Outside Spending and Dark Money in Toss-Up Senate Races
As part of a series of analyses of outside spending in the 2014 midterm elections, the Brennan Center examined independent expenditures reported to the FEC in the nine most competitive senate contests.* These competitive races have attracted the greatest amount of outside spending and reveal significant trends in the influence of money in politics. We will release a more detailed report later this month; this analysis conveys some preliminary findings.
$153.8 million in nonparty independent expenditures
Massive sums have been spent in these nine competitive senate races. As a comparison, in the last midterms in 2010, nonparty outside spending in all senate races reached only $97 million for 37 contests. As with all analyses of FEC data, these totals do not include spending on ads that are not required to be reported to the FEC because they don’t explicitly call for a vote and are not aired close to an election.
55 percent of nonparty outside spending was dark money
Dark money is spending by groups that hide the identities of some or all of their donors. There was $84 million in dark money spent in our nine races more than a month before Election Day, already approaching the $97 million in dark money that was spent across all 33 senate elections in 2012. Our totals don’t include tens of millions in unreported spending, all of it dark, meaning that the true portion of dark money is much higher than 55 percent.
Republicans benefited from dark money far more than Democrats
Overall, 80 percent of pro-Republican independent expenditures came from dark money groups, compared to 30 percent of outside spending favoring Democrats. In addition, unreported spending – where the heavyweights are conservative groups like Americans for Prosperity and Crossroads – leans Republican, meaning the 80 percent figure underestimates the true extent of the preference for secrecy among GOP supporters.
- The most active dark money group (and 4th-biggest spender overall) in our sample is the U.S. Chamber of Commerce, a nonprofit trade organization that does not disclose its donors. The Chamber, with $12.4 million in expenditures in these nine contests, was outspent only by the two national party committees and the Democrat-aligned Senate Majority PAC.
- Senate Majority Leader Mitch McConnell has attracted the most dark dollars, with the lion’s share – $7.6 million – spent by a nonprofit group devoted entirely to attacking his opponent, Alison Lundergan Grimes.
Democratic-leaning groups spent the primaries attacking Republicans
None of the Democrats in our sample faced a competitive primary, yet primary expenditures by outside groups favoring Democrats totaled $24 million, 84 percent of which was spent attacking Republicans. Pro-Democrat groups spent the most on cross-party primary attacks in Alaska and North Carolina, where incumbent Democrats got to wait out competitive Republican primaries, and in Louisiana, where the open primary system forces candidates from opposing parties to face each other for the whole election cycle. On the other side of the aisle, pro-Republican outside spending in the primaries came to $11 million, with only 17 percent attacking Democrats.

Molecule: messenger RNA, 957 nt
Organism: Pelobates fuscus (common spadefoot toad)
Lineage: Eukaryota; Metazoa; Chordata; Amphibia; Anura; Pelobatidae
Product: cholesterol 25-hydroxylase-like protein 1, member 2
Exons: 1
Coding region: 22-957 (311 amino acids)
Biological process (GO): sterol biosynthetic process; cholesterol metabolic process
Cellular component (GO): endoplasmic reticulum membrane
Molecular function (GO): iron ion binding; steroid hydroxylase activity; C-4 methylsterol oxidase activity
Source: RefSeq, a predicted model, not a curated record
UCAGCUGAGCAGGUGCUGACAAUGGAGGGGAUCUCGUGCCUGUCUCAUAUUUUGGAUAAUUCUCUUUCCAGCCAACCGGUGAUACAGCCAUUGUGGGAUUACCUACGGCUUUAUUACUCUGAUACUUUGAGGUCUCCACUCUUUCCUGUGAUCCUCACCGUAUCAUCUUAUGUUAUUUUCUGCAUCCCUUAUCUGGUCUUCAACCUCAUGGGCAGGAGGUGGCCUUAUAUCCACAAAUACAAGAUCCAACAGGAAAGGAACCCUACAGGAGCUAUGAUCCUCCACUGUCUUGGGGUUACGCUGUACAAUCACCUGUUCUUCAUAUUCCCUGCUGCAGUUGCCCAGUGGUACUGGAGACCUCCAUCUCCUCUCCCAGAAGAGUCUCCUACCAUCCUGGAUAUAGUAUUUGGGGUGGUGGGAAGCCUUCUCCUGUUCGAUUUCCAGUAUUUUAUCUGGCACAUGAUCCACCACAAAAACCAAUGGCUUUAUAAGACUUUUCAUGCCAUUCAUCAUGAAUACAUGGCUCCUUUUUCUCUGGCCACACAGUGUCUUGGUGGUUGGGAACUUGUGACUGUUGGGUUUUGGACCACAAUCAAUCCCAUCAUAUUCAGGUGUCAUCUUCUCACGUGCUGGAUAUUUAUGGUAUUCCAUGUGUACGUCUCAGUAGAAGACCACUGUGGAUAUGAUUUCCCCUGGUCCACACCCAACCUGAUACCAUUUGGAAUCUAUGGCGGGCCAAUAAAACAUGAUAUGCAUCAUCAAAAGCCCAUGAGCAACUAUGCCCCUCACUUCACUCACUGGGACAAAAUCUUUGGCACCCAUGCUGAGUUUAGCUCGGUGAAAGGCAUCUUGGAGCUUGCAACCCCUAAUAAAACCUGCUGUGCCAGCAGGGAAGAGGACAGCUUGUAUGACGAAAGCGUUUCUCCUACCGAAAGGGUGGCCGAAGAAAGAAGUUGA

Expenditures increase drastically as Election Day approaches
September alone saw $98 million in independent expenditures – more than half of all reported outside spending so far in the cycle. This reflects increased attention to the approaching election as well as the entry of the parties into races after primaries conclude. Party committees have spent $35.7 million in our nine races, virtually all of it since the beginning of August. The sharp upward trend indicates that the true extent of outside spending in 2014 is yet to be seen.
*We examined FEC data, as collected by the Sunlight Foundation, concerning independent expenditures through September 30. We selected races listed as “toss-ups” by the Cook Political Report: Alaska, Arkansas, Colorado, Georgia, Iowa, Kentucky, Louisiana, Michigan, and North Carolina. Although Kansas also appears on Cook’s list, we excluded it. Kansas became competitive just this September when the Democrats succeeded in removing their candidate from the ballot to set up a head-to-head contest between the incumbent Republican and an independent. In an upcoming report, we will provide a separate analysis of spending in Kansas during the period it has been competitive.